NEW PALTZ (WABC) -- A New Paltz high school sophomore died over the weekend after suffering a pair of heart attacks in two days.
Officials say 16-year-old Kyle Brewer suffered the first heart attack Friday afternoon during track practice. Teammates and coaches used a defibrillator on Brewer and performed CPR while others called 911.
Then, on Sunday, he suffered a second heart attack at a hospital and later died.
Principal Barbara Clinton and High School Track coach Don Bartlett met with faculty and staff early Monday morning to inform them of Kyle's passing. Coach Bartlett and his assistant coaching staff met with the track athletes and other students who were outside during Kyle's collapse to share the tragic news. A meeting was also held with the entire sophomore class prior to informing the remainder of the student body.
"Kyle was a well-liked, kind, witty, young man who had a great sense of humor," Clinton said. "He was a good friend, studious, never angry, thoughtful, and mature beyond his age. Overall, he was simply an impressive young man who positively touched the people he knew."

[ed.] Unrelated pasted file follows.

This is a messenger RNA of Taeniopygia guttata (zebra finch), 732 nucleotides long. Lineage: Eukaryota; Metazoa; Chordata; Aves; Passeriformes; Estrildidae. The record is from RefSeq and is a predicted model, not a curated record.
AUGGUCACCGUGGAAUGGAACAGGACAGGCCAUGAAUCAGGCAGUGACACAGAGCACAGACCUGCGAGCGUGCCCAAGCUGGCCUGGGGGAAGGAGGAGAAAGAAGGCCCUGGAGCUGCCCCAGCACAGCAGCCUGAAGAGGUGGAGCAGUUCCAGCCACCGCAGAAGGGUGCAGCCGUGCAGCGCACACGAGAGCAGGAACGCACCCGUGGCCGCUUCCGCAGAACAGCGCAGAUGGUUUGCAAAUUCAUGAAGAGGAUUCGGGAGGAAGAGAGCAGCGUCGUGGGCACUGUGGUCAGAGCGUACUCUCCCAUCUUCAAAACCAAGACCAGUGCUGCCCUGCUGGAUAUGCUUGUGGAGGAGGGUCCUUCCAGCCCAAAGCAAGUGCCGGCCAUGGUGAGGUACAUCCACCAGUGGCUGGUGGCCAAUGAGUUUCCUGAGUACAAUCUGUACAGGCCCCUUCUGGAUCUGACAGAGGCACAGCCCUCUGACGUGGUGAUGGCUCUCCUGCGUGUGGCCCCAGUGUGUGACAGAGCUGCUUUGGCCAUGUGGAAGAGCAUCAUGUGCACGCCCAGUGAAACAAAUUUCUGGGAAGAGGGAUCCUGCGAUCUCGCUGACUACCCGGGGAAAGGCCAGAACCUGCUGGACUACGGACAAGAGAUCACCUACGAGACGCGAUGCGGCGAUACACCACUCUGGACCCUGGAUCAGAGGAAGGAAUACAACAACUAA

A roll of white paper was hung at the school for students to write their thoughts and share messages with Kyle's family.
"Kyle's passing is heartbreaking for the entire school community," superintendent Maria Rice said. "He was an amazing young man with a promising future."
Friends have turned to social media, posting a video of Kyle dancing. His mother and stepfather were too distraught to speak with Eyewitness News, but on Facebook, his mother posted pictures of her with her son as a baby, as well as a more recent selfie.
Grief counselors are on hand at the school, where the flag is flying at half staff. Additionally, a memorial of flowers continues to grow near the athletic field where he collapsed.
Dutchess County Mental Hygiene also has a 24/7 text hotline available to all staff and students which can be accessed by texting 741-741.
Resources from the National Association of School Psychologists about supporting children and adolescents who are dealing with grief from death are available on the high school website. Officials say it is important for parents to be aware that all students process death differently and will have varied reactions, which can range from withdrawal, depression, nightmares, anger, avoidance or participating in high-risk behavior.
Parents are urged to openly discuss Kyle's death and encourage their children to share their reactions and feelings. If anyone is concerned about the way their child is coping with this loss, please contact the High School Guidance Department at 845-256-4100.
New Paltz student runner dies after pair of heart attacks
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